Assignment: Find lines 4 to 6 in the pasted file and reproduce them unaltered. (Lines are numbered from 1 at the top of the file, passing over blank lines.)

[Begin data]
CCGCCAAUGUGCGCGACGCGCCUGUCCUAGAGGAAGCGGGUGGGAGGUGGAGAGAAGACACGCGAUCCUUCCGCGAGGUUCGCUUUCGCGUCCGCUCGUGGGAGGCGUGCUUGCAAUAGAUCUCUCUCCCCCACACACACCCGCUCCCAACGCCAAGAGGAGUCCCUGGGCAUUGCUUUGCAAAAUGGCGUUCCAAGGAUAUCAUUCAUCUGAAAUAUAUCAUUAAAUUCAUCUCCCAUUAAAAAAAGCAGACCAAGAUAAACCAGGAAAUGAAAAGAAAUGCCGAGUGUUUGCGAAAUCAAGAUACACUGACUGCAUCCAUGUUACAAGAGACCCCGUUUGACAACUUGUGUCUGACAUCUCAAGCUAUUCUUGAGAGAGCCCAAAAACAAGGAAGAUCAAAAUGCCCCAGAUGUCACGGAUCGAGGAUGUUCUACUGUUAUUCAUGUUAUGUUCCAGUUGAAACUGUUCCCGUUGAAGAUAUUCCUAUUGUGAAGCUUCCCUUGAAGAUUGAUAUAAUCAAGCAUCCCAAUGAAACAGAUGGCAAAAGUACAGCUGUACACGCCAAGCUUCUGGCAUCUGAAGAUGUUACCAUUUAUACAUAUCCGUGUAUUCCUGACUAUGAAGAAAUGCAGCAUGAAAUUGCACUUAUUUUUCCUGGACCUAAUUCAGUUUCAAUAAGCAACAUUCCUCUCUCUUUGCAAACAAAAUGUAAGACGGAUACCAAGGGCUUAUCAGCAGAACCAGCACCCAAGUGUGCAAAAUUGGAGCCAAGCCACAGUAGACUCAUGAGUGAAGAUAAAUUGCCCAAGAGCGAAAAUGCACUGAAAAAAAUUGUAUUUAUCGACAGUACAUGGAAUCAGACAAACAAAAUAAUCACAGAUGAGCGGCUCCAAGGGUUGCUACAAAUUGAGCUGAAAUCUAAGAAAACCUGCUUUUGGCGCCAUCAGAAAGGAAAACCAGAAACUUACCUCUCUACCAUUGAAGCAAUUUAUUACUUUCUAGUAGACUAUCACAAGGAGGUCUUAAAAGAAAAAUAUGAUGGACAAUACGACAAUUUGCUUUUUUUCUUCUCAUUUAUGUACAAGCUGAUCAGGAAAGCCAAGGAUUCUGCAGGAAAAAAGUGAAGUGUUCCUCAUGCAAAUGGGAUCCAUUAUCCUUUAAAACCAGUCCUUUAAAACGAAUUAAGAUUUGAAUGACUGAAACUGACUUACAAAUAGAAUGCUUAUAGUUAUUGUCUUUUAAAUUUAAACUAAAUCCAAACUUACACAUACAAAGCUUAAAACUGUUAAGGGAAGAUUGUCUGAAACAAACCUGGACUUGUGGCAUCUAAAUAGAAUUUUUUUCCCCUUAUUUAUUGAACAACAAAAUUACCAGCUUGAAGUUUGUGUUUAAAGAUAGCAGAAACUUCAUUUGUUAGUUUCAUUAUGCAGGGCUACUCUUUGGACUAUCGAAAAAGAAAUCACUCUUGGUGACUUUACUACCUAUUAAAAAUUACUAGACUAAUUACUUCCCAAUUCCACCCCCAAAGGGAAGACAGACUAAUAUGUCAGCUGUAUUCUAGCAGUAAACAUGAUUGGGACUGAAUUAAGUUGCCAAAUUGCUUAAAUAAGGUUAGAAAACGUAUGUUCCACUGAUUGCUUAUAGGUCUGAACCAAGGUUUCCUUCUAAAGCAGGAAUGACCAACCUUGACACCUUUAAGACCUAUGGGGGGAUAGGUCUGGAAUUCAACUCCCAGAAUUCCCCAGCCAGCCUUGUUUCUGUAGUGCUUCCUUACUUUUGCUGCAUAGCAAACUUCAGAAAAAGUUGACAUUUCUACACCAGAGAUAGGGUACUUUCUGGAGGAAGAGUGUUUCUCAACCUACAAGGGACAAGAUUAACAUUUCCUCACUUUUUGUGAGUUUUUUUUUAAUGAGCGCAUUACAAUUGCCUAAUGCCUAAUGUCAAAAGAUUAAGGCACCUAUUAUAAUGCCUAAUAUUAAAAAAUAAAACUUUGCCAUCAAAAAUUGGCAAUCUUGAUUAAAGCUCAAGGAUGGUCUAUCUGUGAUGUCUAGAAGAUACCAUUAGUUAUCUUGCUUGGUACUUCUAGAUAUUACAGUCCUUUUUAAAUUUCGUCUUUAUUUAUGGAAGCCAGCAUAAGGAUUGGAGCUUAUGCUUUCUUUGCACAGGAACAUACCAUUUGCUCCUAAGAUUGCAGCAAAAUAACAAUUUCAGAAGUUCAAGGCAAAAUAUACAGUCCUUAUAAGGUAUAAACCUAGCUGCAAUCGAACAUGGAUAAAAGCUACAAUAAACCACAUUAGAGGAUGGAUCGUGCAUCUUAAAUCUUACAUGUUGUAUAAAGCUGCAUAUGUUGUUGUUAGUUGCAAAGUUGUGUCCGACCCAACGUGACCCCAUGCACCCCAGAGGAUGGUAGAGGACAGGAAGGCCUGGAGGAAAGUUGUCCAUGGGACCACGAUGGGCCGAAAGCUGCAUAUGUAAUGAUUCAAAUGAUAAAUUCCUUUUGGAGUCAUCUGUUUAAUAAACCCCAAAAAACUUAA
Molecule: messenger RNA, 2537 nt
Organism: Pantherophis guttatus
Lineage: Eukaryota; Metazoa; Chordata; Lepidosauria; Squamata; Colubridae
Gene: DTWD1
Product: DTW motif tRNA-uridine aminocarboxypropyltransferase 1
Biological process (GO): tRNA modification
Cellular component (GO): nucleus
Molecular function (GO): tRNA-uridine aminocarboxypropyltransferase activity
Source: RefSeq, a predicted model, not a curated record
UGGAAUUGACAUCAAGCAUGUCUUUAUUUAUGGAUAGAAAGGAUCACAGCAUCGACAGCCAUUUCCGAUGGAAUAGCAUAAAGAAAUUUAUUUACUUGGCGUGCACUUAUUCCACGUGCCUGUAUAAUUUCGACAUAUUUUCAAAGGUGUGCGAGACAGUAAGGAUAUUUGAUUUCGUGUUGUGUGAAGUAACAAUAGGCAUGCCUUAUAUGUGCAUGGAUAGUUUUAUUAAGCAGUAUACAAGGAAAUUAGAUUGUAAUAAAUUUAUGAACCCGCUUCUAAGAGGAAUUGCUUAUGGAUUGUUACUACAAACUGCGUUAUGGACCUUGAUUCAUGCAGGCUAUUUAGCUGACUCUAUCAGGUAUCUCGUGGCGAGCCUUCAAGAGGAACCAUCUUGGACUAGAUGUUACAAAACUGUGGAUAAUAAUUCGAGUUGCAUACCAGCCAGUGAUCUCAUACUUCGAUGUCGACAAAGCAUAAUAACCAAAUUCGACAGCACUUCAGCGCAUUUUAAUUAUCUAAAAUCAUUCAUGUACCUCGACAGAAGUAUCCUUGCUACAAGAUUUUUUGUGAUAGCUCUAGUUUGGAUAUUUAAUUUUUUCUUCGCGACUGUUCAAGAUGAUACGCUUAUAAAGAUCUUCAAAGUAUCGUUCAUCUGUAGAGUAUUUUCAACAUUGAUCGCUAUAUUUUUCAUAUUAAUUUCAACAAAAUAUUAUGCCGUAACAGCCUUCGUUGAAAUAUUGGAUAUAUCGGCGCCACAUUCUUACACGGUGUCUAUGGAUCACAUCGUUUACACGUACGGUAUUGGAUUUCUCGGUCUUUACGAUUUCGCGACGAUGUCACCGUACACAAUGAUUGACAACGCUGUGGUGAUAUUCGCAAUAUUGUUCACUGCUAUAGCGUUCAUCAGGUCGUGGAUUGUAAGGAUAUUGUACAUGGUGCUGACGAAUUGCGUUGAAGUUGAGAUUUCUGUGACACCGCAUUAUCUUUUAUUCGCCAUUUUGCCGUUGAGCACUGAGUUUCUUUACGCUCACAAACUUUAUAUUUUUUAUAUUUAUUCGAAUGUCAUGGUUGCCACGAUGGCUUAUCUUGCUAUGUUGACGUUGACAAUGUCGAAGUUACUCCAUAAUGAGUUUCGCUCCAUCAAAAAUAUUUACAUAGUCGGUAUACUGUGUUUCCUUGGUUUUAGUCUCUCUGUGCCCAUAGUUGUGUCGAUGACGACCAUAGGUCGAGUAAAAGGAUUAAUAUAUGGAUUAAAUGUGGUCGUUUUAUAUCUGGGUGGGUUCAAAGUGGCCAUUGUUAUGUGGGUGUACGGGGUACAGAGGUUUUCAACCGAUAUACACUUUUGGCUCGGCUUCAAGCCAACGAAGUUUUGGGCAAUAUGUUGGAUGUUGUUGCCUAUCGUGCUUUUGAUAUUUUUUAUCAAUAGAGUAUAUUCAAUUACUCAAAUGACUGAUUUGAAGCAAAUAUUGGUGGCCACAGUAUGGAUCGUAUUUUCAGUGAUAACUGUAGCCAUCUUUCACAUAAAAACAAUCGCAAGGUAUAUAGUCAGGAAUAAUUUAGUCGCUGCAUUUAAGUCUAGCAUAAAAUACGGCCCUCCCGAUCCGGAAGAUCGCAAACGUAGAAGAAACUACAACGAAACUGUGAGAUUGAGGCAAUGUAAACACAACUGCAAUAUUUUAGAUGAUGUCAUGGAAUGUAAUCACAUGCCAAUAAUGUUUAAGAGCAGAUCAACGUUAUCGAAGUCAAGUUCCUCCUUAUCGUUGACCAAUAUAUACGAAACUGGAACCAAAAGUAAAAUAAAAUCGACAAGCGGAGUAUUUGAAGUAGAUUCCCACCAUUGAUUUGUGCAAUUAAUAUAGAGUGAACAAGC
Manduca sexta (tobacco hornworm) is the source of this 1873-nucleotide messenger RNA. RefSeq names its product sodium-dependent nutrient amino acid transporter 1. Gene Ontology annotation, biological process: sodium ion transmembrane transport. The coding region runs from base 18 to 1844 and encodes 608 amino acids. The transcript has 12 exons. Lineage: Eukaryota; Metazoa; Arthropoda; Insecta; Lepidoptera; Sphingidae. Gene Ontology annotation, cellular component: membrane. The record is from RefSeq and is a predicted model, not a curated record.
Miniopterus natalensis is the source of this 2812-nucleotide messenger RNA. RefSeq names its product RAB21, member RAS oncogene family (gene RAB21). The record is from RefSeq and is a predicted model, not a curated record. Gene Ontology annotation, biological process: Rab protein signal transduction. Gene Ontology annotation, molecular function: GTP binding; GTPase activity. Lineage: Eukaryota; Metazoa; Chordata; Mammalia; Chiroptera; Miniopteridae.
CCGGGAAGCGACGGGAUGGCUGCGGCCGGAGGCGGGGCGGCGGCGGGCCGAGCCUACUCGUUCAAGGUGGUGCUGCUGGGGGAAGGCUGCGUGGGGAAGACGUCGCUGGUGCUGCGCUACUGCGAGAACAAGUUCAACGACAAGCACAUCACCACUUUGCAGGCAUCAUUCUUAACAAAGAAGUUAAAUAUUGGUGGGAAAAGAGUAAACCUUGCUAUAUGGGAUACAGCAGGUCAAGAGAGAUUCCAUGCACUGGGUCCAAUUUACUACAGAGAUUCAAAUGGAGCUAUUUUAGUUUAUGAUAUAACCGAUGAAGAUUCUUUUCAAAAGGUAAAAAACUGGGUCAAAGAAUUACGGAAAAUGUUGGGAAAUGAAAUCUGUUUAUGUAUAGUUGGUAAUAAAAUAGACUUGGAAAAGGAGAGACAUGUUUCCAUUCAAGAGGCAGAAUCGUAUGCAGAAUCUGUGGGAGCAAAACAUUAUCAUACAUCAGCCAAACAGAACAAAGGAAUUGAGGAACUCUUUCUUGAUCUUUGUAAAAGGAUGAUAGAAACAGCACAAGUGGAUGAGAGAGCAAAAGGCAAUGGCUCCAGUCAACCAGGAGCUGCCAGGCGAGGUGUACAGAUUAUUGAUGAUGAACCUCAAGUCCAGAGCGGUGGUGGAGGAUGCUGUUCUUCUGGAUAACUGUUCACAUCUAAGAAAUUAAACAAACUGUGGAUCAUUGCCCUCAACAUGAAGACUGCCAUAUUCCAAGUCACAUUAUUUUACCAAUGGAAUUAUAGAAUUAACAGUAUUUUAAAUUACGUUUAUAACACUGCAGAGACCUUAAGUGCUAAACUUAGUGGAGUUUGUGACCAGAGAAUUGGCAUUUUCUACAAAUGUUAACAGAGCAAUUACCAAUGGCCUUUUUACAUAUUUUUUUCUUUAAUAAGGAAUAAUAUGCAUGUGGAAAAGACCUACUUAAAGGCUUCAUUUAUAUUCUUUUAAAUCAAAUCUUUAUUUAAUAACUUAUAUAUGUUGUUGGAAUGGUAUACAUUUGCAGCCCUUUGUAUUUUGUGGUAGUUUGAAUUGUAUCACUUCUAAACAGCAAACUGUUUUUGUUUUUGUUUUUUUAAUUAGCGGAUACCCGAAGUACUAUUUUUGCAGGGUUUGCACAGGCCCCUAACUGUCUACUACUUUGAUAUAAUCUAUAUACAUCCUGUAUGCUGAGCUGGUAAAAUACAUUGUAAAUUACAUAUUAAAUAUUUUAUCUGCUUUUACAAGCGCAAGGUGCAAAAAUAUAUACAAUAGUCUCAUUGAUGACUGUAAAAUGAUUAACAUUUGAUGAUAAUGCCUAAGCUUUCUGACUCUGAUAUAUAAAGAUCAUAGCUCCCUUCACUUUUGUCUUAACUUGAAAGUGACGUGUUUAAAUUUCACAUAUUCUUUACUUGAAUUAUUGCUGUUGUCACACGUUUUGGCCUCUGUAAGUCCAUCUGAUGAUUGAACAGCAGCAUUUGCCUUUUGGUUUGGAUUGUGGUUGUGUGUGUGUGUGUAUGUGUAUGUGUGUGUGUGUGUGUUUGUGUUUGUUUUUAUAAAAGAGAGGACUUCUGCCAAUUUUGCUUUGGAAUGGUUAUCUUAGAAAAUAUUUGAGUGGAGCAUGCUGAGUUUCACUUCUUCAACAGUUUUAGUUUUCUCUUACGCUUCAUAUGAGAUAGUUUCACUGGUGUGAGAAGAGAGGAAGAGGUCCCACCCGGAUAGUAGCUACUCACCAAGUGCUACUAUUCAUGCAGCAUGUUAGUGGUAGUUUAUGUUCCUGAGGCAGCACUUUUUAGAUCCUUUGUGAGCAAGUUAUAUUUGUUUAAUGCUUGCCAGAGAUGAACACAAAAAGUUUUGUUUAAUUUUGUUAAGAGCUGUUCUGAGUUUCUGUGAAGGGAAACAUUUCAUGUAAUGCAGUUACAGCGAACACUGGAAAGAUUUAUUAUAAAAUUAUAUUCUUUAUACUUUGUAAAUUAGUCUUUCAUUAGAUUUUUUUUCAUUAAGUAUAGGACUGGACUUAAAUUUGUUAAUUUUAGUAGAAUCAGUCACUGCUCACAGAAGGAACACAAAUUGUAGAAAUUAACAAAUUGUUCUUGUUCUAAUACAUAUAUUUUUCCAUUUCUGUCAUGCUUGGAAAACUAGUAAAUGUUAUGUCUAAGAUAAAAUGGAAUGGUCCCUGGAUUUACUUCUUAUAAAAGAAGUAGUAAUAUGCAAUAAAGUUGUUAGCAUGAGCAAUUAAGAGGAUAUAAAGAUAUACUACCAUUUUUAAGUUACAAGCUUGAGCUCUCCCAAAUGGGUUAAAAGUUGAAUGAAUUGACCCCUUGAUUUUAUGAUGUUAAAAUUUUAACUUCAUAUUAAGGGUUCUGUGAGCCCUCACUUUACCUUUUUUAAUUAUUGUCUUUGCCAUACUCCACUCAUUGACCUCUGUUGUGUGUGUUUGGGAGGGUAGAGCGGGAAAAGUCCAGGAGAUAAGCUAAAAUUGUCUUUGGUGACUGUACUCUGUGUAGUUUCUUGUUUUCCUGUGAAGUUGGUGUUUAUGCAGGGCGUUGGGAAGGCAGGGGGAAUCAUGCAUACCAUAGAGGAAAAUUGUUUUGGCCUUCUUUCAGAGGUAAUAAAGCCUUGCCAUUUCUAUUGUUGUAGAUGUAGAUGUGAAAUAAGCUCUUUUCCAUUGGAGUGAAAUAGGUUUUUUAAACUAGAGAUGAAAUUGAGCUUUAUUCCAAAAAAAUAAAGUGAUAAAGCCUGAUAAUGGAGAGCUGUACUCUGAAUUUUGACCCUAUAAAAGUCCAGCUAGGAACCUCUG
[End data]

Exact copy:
Lineage: Eukaryota; Metazoa; Chordata; Lepidosauria; Squamata; Colubridae
Gene: DTWD1
Product: DTW motif tRNA-uridine aminocarboxypropyltransferase 1